Energize New Mexico


Bioalgal Energy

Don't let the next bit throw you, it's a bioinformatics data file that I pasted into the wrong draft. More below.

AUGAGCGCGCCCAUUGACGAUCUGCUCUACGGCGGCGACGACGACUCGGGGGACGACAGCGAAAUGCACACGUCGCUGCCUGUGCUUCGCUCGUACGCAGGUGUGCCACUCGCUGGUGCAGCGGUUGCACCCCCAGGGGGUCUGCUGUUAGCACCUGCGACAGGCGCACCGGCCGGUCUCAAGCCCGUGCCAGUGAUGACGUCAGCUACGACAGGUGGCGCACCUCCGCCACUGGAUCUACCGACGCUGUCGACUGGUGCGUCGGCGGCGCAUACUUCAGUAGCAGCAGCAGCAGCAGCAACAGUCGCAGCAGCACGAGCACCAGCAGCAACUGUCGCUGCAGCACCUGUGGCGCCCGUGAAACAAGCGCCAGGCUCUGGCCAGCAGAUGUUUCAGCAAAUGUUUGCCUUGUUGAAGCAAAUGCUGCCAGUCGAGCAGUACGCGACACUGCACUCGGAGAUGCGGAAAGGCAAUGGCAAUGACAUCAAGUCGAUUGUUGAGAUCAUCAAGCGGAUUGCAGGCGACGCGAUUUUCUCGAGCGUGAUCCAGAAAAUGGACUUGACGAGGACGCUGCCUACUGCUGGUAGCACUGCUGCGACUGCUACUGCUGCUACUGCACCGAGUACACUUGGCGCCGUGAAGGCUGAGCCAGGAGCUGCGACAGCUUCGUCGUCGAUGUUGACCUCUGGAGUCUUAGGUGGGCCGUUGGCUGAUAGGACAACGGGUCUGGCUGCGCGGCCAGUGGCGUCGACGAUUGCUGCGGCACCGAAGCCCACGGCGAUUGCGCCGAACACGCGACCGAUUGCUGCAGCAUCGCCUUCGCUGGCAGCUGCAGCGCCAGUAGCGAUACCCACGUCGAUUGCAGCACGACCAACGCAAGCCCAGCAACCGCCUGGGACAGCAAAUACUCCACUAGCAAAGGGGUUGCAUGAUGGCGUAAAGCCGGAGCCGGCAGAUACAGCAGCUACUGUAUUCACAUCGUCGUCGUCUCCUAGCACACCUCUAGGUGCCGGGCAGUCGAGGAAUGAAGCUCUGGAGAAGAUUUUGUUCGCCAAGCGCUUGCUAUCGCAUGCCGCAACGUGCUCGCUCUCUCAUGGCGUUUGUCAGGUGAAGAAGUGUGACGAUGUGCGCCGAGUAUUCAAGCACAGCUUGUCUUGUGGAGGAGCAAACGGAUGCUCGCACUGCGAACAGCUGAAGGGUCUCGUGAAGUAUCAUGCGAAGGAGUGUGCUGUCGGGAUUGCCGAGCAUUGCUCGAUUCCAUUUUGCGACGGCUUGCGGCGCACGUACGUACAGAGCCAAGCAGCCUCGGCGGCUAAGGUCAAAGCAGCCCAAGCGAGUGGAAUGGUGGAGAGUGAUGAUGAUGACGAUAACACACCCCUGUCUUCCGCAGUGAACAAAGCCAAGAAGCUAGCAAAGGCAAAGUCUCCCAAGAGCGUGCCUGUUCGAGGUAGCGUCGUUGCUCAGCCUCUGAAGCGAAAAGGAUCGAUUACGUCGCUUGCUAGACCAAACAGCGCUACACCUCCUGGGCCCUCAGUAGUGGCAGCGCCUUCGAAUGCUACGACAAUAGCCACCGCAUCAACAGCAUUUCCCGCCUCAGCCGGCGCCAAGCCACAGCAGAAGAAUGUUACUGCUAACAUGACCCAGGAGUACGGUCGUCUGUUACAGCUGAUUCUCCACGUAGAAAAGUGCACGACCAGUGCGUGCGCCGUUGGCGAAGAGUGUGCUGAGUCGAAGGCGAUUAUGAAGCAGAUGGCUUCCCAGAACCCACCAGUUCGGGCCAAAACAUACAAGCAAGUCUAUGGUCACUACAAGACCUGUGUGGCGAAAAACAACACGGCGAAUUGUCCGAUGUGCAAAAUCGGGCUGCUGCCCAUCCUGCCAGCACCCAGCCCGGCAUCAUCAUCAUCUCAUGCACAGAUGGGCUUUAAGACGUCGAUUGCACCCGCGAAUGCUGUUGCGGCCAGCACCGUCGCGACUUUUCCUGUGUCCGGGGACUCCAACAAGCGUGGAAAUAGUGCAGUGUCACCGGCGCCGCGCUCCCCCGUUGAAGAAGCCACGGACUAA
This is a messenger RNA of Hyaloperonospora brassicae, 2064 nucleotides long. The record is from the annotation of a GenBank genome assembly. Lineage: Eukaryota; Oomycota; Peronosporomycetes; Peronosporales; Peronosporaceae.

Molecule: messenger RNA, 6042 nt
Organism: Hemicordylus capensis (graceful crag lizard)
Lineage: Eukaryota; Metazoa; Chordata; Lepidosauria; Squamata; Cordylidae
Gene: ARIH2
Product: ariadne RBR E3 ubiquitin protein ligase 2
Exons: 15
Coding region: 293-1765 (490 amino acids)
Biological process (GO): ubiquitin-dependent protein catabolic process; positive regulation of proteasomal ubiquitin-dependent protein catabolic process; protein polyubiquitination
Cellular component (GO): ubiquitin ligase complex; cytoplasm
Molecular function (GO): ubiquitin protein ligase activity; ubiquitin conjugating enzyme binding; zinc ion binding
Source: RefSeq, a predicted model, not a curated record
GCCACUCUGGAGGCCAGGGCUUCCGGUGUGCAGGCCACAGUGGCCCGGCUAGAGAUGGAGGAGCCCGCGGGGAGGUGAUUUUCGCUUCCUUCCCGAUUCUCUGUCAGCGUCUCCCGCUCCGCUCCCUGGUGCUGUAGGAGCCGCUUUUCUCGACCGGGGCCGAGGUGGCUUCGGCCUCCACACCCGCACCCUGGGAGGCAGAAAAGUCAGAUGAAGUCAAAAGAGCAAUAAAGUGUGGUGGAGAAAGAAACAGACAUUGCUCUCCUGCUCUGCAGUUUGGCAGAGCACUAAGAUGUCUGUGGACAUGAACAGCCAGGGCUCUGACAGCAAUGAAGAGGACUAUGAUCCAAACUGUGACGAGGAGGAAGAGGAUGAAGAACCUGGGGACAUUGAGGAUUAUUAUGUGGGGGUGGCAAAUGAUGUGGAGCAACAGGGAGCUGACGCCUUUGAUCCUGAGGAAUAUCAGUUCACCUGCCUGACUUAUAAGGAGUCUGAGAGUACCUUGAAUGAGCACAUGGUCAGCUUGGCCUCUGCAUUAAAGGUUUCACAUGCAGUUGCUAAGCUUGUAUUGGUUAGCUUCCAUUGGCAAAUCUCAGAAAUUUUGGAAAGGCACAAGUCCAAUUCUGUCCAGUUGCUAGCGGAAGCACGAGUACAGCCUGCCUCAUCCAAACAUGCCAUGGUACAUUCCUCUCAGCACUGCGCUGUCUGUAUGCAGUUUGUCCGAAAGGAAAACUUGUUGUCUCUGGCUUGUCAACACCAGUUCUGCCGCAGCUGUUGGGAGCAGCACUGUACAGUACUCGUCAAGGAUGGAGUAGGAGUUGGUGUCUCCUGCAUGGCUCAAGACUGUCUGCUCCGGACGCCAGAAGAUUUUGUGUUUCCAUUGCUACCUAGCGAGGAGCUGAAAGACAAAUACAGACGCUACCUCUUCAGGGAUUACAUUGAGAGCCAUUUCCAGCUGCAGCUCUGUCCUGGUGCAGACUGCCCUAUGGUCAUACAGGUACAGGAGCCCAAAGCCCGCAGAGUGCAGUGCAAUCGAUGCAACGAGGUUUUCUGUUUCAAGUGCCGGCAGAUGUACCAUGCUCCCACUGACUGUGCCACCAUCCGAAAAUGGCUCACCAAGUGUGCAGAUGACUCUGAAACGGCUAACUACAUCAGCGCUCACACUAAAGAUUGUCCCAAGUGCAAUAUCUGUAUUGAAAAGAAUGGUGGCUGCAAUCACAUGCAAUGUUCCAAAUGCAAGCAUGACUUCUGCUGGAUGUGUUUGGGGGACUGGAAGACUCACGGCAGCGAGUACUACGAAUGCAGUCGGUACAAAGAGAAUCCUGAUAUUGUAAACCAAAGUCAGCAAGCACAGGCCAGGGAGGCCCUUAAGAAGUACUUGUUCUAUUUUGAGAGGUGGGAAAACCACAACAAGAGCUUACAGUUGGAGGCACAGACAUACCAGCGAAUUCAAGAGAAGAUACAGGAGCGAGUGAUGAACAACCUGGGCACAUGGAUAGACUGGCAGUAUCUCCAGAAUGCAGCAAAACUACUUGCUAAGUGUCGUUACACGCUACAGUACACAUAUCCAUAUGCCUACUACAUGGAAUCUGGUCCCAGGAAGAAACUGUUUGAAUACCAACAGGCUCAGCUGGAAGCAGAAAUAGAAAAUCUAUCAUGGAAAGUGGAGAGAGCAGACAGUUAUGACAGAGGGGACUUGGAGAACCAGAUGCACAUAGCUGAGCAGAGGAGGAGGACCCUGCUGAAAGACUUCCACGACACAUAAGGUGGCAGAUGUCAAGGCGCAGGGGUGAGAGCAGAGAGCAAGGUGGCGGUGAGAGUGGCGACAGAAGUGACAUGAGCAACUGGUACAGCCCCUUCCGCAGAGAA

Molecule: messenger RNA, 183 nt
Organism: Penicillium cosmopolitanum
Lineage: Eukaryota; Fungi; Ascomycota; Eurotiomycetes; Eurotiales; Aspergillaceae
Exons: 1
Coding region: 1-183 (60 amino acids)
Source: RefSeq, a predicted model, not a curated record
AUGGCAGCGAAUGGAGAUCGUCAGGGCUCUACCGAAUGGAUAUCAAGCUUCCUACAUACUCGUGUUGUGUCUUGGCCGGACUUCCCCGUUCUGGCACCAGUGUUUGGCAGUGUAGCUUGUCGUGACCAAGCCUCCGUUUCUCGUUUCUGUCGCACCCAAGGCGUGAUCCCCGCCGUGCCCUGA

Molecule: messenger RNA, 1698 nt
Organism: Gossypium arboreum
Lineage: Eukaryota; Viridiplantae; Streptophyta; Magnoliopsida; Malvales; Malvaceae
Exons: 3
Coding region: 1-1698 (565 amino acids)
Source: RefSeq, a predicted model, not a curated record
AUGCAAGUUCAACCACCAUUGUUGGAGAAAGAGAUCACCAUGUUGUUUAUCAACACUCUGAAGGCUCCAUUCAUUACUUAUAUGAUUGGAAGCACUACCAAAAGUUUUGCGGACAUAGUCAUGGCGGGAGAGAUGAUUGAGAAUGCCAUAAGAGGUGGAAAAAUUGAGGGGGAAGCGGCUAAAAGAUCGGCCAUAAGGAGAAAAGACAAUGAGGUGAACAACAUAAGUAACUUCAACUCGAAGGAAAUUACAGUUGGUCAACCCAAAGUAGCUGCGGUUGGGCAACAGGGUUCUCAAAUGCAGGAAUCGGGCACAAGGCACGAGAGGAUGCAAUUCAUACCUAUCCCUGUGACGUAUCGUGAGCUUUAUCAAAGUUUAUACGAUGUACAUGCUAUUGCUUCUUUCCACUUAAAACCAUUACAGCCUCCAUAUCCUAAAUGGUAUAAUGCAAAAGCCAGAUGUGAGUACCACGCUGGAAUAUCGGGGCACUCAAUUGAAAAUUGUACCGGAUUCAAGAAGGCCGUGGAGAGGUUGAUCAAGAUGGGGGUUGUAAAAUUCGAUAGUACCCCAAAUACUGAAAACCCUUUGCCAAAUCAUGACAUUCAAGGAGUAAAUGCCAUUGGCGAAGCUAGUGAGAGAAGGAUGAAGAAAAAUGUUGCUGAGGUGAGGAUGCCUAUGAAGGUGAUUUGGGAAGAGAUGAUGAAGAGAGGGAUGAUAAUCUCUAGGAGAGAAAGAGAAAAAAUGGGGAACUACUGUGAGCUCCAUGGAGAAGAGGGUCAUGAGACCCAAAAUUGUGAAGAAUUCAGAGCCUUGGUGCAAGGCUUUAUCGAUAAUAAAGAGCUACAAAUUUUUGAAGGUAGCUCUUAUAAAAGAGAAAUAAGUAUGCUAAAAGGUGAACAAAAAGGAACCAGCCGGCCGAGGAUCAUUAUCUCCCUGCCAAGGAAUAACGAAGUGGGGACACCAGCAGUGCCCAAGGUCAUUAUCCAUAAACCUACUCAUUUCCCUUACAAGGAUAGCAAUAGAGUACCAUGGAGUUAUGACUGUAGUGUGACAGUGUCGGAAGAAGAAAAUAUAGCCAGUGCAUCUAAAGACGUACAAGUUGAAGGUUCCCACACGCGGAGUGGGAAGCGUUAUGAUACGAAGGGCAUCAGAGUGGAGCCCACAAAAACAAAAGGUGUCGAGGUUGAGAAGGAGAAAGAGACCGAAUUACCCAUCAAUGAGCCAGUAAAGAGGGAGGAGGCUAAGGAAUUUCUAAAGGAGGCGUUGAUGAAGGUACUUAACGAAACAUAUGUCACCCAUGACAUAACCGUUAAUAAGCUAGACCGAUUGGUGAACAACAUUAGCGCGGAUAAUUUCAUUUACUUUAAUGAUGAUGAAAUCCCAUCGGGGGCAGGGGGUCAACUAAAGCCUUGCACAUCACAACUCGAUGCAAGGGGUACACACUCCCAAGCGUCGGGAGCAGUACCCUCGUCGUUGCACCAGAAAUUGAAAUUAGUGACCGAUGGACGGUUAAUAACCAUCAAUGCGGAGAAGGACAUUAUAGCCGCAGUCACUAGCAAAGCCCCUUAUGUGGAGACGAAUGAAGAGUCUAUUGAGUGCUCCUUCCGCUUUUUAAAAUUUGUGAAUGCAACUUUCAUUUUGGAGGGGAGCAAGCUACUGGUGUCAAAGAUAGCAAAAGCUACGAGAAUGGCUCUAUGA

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The bio-crude oil produced from hydrothermal liquefaction (HTL) of a high-protein microalgae useful for wastewater treatment, Galdieria sulphuraria, was comprehensively characterized, and compared to that of a high-lipid microalgae useful for biofuel production, Nannochloropsis salina. HTL was conducted in a batch reactor at temperature of 310-350 °C and reaction times of 5-60 min. Characterization methods included high-resolution Fourier transform ion cyclotron resonance mass spectroscopy (FT-ICR MS), fatty acid methyl ester (FAME) analysis by gas chromatography mass spectroscopy (GC/MS), proton nuclear magnetic resonance spectroscopy (1H NMR), and Fourier transform infrared spectroscopy (FT-IR). Milder reaction conditions favored bio-crude oil yield and quality for N. salina, while more severe conditions (350ºC) were needed for G. sulphuraria. N. salina-derived bio-crude oil contained mainly C14-C18 fatty acid amides, while G. sulphuraria-derived bio-crude-oil had many N1-3O0-2 hetero-atom compounds. FT-ICR MS showed that the aromaticity of hetero-compounds in N. salina bio-crude oil was higher due to N. salina's higher carbohydrate content and the tendency of carbohydrate-derived molecules to condense at HTL conditions. FAME GC MS and 1H NMR results showed that stable fatty acid amides increased in G. sulphuraria bio-crude oil at higher temperatures as more protein-derived compounds combined with lipid-derived compounds. While N-containing and high molecular weight compounds are a concern for the upgrading of bio-crude oils obtained from high-protein algal biomass, removal of carbohydrates rather than removal of proteins as a pretreatment to HTL is recommended since carbohydrate-derived compounds are more likely to create highly aromatic hetero-compounds that are much more difficult to upgrade.


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